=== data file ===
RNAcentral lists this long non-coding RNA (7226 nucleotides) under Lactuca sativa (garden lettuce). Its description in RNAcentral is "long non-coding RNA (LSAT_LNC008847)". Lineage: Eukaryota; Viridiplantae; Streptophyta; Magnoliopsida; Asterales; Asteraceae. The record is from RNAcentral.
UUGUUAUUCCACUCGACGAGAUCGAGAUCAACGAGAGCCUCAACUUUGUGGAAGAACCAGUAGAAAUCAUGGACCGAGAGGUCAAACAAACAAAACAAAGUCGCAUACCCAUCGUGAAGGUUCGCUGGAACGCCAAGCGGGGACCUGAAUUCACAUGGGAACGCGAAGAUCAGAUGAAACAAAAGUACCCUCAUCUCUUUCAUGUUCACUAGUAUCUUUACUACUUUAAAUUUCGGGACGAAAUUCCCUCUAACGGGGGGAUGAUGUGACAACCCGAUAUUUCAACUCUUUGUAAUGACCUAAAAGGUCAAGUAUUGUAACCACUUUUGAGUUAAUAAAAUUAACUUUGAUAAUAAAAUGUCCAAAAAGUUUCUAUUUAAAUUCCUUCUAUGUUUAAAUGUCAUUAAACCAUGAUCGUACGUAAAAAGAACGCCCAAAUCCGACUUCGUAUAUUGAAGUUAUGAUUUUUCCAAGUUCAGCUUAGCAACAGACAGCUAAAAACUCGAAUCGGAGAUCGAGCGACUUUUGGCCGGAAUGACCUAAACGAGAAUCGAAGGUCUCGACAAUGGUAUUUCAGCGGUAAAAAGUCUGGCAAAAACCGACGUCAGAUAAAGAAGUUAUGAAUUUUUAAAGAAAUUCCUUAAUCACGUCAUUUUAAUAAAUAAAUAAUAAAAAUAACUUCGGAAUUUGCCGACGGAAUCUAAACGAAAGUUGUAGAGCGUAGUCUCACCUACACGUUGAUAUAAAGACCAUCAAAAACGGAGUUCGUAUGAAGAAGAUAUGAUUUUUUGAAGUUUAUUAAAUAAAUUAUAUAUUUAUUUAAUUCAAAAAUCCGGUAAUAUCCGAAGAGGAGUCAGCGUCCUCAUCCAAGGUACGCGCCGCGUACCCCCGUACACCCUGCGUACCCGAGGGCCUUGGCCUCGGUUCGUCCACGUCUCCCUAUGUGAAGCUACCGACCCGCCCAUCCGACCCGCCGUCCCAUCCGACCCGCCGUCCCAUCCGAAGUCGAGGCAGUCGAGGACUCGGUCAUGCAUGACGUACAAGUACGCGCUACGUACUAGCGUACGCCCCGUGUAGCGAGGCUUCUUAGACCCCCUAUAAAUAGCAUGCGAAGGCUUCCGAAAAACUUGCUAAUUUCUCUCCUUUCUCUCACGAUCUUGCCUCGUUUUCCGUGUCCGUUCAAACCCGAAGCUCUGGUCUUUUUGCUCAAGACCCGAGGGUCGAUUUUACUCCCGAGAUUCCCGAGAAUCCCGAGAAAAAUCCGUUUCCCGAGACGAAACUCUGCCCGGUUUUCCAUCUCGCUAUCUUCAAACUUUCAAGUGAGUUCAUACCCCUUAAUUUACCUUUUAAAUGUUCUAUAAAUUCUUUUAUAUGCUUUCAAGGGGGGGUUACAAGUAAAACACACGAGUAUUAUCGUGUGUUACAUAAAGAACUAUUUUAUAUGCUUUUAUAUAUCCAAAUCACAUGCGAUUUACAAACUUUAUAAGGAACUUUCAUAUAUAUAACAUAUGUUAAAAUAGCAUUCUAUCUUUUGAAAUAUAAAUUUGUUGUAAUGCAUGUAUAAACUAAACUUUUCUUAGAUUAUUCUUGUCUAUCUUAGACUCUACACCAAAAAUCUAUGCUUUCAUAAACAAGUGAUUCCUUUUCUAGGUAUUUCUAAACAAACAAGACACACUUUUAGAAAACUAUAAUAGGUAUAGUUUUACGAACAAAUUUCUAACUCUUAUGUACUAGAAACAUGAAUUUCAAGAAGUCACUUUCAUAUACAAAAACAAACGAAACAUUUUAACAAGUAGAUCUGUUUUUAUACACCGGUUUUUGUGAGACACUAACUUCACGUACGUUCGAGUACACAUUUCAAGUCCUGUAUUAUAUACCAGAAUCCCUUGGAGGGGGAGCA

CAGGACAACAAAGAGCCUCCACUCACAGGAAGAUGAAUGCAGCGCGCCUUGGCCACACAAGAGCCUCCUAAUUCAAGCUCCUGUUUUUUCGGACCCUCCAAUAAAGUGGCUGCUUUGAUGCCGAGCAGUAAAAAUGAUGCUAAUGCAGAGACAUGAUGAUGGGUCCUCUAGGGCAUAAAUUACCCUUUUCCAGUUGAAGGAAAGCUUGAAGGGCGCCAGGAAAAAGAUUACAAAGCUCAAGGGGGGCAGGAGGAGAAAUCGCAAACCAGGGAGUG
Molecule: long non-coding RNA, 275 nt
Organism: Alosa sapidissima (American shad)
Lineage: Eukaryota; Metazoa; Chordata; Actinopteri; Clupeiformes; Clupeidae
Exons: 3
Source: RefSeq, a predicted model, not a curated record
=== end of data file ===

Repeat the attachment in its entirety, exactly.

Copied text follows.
RNAcentral lists this long non-coding RNA (7226 nucleotides) under Lactuca sativa (garden lettuce). Its description in RNAcentral is "long non-coding RNA (LSAT_LNC008847)". Lineage: Eukaryota; Viridiplantae; Streptophyta; Magnoliopsida; Asterales; Asteraceae. The record is from RNAcentral.
UUGUUAUUCCACUCGACGAGAUCGAGAUCAACGAGAGCCUCAACUUUGUGGAAGAACCAGUAGAAAUCAUGGACCGAGAGGUCAAACAAACAAAACAAAGUCGCAUACCCAUCGUGAAGGUUCGCUGGAACGCCAAGCGGGGACCUGAAUUCACAUGGGAACGCGAAGAUCAGAUGAAACAAAAGUACCCUCAUCUCUUUCAUGUUCACUAGUAUCUUUACUACUUUAAAUUUCGGGACGAAAUUCCCUCUAACGGGGGGAUGAUGUGACAACCCGAUAUUUCAACUCUUUGUAAUGACCUAAAAGGUCAAGUAUUGUAACCACUUUUGAGUUAAUAAAAUUAACUUUGAUAAUAAAAUGUCCAAAAAGUUUCUAUUUAAAUUCCUUCUAUGUUUAAAUGUCAUUAAACCAUGAUCGUACGUAAAAAGAACGCCCAAAUCCGACUUCGUAUAUUGAAGUUAUGAUUUUUCCAAGUUCAGCUUAGCAACAGACAGCUAAAAACUCGAAUCGGAGAUCGAGCGACUUUUGGCCGGAAUGACCUAAACGAGAAUCGAAGGUCUCGACAAUGGUAUUUCAGCGGUAAAAAGUCUGGCAAAAACCGACGUCAGAUAAAGAAGUUAUGAAUUUUUAAAGAAAUUCCUUAAUCACGUCAUUUUAAUAAAUAAAUAAUAAAAAUAACUUCGGAAUUUGCCGACGGAAUCUAAACGAAAGUUGUAGAGCGUAGUCUCACCUACACGUUGAUAUAAAGACCAUCAAAAACGGAGUUCGUAUGAAGAAGAUAUGAUUUUUUGAAGUUUAUUAAAUAAAUUAUAUAUUUAUUUAAUUCAAAAAUCCGGUAAUAUCCGAAGAGGAGUCAGCGUCCUCAUCCAAGGUACGCGCCGCGUACCCCCGUACACCCUGCGUACCCGAGGGCCUUGGCCUCGGUUCGUCCACGUCUCCCUAUGUGAAGCUACCGACCCGCCCAUCCGACCCGCCGUCCCAUCCGACCCGCCGUCCCAUCCGAAGUCGAGGCAGUCGAGGACUCGGUCAUGCAUGACGUACAAGUACGCGCUACGUACUAGCGUACGCCCCGUGUAGCGAGGCUUCUUAGACCCCCUAUAAAUAGCAUGCGAAGGCUUCCGAAAAACUUGCUAAUUUCUCUCCUUUCUCUCACGAUCUUGCCUCGUUUUCCGUGUCCGUUCAAACCCGAAGCUCUGGUCUUUUUGCUCAAGACCCGAGGGUCGAUUUUACUCCCGAGAUUCCCGAGAAUCCCGAGAAAAAUCCGUUUCCCGAGACGAAACUCUGCCCGGUUUUCCAUCUCGCUAUCUUCAAACUUUCAAGUGAGUUCAUACCCCUUAAUUUACCUUUUAAAUGUUCUAUAAAUUCUUUUAUAUGCUUUCAAGGGGGGGUUACAAGUAAAACACACGAGUAUUAUCGUGUGUUACAUAAAGAACUAUUUUAUAUGCUUUUAUAUAUCCAAAUCACAUGCGAUUUACAAACUUUAUAAGGAACUUUCAUAUAUAUAACAUAUGUUAAAAUAGCAUUCUAUCUUUUGAAAUAUAAAUUUGUUGUAAUGCAUGUAUAAACUAAACUUUUCUUAGAUUAUUCUUGUCUAUCUUAGACUCUACACCAAAAAUCUAUGCUUUCAUAAACAAGUGAUUCCUUUUCUAGGUAUUUCUAAACAAACAAGACACACUUUUAGAAAACUAUAAUAGGUAUAGUUUUACGAACAAAUUUCUAACUCUUAUGUACUAGAAACAUGAAUUUCAAGAAGUCACUUUCAUAUACAAAAACAAACGAAACAUUUUAACAAGUAGAUCUGUUUUUAUACACCGGUUUUUGUGAGACACUAACUUCACGUACGUUCGAGUACACAUUUCAAGUCCUGUAUUAUAUACCAGAAUCCCUUGGAGGGGGAGCA

CAGGACAACAAAGAGCCUCCACUCACAGGAAGAUGAAUGCAGCGCGCCUUGGCCACACAAGAGCCUCCUAAUUCAAGCUCCUGUUUUUUCGGACCCUCCAAUAAAGUGGCUGCUUUGAUGCCGAGCAGUAAAAAUGAUGCUAAUGCAGAGACAUGAUGAUGGGUCCUCUAGGGCAUAAAUUACCCUUUUCCAGUUGAAGGAAAGCUUGAAGGGCGCCAGGAAAAAGAUUACAAAGCUCAAGGGGGGCAGGAGGAGAAAUCGCAAACCAGGGAGUG
Molecule: long non-coding RNA, 275 nt
Organism: Alosa sapidissima (American shad)
Lineage: Eukaryota; Metazoa; Chordata; Actinopteri; Clupeiformes; Clupeidae
Exons: 3
Source: RefSeq, a predicted model, not a curated record